Conquering Nature ...and Sidestepping the Debate over Biotech and Biodiversity

Still More on the Mexican GM Maize Scandal

De-naturing Nature: Nature magazine - arguably one of the world’s most influential peer-reviewed science publications - in an editorial note today (April 2002), states that contrary to its report of November 29th, 2001, “…the evidence available is not sufficient to justify the publication of the original paper.” In other words, farmers’ fields in Oaxaca and Puebla have not been proven to be contaminated with GM maize. The current issue of Nature contains two articles by scientists refuting the original contamination claims and a reply from the two scientists who authored the original peer-reviewed report. David Quist and Ignacio Chapela of the University of California at Berkeley stand by their study and add that other studies by the Mexican Government confirm their findings.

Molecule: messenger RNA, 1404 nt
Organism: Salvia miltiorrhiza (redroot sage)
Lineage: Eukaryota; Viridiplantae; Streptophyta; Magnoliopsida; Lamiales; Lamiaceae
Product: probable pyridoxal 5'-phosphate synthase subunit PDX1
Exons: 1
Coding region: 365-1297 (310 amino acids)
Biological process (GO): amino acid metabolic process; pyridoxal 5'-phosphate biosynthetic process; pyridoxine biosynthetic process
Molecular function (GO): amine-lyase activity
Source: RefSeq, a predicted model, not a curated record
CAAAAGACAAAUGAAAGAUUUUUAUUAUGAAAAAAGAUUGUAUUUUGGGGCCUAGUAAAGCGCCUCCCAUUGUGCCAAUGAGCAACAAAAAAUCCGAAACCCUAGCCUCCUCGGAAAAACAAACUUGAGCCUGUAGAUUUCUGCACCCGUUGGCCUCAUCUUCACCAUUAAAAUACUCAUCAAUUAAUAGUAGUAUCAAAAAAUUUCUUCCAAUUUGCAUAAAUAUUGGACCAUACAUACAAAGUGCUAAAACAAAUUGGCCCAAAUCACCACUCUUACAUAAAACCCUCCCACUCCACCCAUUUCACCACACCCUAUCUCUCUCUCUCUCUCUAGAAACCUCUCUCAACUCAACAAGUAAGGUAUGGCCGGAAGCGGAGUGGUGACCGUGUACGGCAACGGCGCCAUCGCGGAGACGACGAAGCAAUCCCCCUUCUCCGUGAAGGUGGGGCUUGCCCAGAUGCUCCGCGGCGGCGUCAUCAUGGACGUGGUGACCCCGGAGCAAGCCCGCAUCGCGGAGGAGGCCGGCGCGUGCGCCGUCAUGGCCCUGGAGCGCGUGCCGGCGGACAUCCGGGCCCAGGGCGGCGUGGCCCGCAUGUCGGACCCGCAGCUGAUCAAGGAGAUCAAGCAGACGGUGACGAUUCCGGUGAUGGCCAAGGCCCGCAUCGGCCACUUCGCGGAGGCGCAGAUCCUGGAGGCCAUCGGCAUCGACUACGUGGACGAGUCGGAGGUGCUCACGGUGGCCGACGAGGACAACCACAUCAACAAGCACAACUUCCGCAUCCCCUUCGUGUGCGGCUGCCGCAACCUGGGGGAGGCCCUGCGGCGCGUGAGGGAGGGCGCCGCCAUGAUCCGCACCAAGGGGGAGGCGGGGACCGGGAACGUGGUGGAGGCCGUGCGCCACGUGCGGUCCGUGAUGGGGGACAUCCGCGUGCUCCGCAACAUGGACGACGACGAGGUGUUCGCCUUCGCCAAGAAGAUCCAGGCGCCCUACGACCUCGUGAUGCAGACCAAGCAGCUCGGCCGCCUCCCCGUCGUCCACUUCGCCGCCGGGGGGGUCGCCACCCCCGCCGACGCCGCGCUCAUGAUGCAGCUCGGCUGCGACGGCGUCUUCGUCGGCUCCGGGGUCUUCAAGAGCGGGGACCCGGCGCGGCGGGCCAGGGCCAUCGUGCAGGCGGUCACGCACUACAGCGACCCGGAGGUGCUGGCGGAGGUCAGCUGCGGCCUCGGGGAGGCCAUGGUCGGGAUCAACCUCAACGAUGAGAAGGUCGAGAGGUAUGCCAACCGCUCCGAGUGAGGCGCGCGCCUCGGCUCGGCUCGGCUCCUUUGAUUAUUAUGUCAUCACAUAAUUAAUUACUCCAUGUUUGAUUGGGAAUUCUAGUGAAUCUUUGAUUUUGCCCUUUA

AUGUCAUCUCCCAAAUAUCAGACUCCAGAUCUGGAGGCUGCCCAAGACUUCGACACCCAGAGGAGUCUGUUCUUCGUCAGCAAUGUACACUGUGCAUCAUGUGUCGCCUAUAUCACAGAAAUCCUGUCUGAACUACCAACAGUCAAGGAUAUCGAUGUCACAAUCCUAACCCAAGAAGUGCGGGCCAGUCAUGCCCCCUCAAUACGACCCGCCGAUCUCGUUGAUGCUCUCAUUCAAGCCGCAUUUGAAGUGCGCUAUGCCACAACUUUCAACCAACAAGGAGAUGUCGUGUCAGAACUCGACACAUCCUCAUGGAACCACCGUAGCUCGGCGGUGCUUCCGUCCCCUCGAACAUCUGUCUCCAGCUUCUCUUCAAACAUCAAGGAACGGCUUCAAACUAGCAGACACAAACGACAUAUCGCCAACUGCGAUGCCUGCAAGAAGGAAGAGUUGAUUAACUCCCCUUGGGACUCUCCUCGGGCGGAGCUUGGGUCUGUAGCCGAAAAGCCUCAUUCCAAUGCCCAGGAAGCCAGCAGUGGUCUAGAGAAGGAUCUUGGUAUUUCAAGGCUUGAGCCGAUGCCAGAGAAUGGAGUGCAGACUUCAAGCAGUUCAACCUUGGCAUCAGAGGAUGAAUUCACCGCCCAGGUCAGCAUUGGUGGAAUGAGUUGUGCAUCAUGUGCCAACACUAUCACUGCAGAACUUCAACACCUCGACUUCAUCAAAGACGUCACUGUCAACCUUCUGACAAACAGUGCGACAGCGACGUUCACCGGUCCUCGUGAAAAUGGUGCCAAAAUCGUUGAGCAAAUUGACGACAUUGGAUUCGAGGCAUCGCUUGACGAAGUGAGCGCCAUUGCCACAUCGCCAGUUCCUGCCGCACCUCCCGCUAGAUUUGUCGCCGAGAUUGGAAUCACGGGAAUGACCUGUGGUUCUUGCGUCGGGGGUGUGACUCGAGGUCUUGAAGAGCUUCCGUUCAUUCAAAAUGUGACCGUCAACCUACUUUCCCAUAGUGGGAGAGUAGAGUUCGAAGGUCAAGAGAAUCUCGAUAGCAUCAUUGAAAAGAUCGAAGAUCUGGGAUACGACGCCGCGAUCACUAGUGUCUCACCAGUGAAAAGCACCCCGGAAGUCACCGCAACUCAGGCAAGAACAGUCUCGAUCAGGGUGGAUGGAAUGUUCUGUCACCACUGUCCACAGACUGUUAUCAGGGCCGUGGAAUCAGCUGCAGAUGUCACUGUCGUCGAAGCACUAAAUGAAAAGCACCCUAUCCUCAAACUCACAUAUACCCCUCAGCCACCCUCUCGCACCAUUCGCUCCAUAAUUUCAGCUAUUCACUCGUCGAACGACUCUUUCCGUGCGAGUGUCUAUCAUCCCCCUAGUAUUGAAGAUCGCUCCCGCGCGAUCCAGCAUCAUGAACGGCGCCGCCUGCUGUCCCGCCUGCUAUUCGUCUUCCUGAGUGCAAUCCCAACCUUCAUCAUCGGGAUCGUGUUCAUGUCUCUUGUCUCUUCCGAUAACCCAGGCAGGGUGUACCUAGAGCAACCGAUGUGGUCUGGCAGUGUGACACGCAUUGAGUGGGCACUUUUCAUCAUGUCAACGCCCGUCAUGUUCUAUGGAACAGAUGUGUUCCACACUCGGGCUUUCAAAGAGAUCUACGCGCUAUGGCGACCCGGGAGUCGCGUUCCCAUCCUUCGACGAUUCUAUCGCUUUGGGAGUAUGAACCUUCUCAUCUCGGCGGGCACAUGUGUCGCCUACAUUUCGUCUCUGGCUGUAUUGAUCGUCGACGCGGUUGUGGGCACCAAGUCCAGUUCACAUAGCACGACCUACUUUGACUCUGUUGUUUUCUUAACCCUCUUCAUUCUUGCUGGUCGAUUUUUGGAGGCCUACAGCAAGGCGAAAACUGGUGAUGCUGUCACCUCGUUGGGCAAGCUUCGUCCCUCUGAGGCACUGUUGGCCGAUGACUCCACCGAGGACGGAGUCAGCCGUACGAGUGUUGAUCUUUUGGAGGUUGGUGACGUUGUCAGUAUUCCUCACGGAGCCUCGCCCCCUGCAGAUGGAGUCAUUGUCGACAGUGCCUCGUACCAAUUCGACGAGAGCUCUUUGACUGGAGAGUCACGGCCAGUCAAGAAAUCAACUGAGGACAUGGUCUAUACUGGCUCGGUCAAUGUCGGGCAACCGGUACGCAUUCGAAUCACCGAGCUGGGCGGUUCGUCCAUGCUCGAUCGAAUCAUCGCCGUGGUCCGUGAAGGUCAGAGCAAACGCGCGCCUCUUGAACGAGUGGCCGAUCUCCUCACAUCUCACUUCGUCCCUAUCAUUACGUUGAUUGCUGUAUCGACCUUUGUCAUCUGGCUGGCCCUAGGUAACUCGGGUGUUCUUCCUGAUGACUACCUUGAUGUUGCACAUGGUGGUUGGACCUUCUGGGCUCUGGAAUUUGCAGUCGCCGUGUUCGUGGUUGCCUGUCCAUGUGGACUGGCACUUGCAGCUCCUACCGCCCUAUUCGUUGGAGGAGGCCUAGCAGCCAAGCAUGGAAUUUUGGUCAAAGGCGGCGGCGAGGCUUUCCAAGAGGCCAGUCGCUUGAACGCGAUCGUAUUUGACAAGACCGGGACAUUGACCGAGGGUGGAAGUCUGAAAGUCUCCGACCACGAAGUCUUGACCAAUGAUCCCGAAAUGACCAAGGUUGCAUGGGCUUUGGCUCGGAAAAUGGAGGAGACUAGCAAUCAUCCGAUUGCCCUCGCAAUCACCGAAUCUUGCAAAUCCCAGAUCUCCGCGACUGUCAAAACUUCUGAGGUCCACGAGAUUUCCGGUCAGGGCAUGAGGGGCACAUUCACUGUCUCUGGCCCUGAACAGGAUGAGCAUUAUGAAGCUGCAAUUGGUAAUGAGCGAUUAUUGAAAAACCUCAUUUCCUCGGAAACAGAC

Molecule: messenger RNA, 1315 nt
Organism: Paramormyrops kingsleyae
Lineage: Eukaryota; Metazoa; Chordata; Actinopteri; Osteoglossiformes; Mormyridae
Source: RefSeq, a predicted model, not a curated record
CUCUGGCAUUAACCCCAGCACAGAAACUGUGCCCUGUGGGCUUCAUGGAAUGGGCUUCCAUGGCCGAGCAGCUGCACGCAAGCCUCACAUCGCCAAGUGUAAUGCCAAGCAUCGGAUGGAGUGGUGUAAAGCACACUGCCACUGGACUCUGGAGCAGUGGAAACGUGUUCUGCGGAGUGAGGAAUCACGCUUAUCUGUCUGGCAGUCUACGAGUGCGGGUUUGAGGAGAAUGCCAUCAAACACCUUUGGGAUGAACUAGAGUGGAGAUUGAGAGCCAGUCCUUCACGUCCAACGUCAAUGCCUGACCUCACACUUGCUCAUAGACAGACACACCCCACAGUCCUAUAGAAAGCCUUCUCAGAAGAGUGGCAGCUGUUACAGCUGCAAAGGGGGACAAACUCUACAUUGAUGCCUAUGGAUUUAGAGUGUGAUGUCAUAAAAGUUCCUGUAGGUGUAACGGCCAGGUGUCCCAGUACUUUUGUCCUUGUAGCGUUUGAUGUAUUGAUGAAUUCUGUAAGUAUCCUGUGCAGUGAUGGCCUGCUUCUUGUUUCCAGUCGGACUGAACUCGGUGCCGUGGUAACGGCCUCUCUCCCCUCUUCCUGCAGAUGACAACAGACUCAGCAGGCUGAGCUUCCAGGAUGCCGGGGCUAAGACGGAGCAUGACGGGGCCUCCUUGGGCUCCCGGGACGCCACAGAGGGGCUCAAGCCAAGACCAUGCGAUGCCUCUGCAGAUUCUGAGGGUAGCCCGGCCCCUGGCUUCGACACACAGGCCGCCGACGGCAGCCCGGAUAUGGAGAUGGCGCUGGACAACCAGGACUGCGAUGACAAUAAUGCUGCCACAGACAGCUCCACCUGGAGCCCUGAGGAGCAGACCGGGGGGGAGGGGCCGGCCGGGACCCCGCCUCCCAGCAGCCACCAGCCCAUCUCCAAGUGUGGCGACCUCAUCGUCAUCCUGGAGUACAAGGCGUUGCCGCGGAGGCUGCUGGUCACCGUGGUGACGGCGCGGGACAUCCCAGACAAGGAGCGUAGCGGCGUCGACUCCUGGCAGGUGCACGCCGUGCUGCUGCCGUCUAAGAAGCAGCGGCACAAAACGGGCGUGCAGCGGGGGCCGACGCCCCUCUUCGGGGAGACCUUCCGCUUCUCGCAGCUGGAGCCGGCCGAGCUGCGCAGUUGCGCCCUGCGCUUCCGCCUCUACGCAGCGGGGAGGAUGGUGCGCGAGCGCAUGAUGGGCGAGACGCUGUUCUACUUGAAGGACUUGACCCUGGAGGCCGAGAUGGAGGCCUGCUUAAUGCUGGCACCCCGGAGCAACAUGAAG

Blind-siding Biodiversity: Nature’s double take couldn’t have come at a better time for the biotech industry. Next Monday, more than 150 governments and equal numbers of civil society organizations will gather in The Hague, Netherlands for the tenth anniversary meeting of the UN Convention on Biological Diversity (CBD – April 8 - 26). A moratorium on Terminator technology, the protection of forests, and discussions around a just-completed treaty on plant genetic resources are all on the agenda. The case of GM contamination in Mexico was bound to be on the minds of many delegations. The final week of meetings is set aside to review progress on the Cartagena Biosafety Protocol adopted two years ago. The elements of that protocol and its crucial Precautionary Principle would bring the Mexican scandal to the fore as well. “If the CBD can’t act on the Mexican situation, if governments cannot agree that the Precautionary Principle applies in this case,” says Silvia Ribeiro of ETC, “then there is little hope that this ten-year old Convention serves any useful purpose.” Nature’s editorial could have the effect of de-fusing and confusing governmental concern.

 

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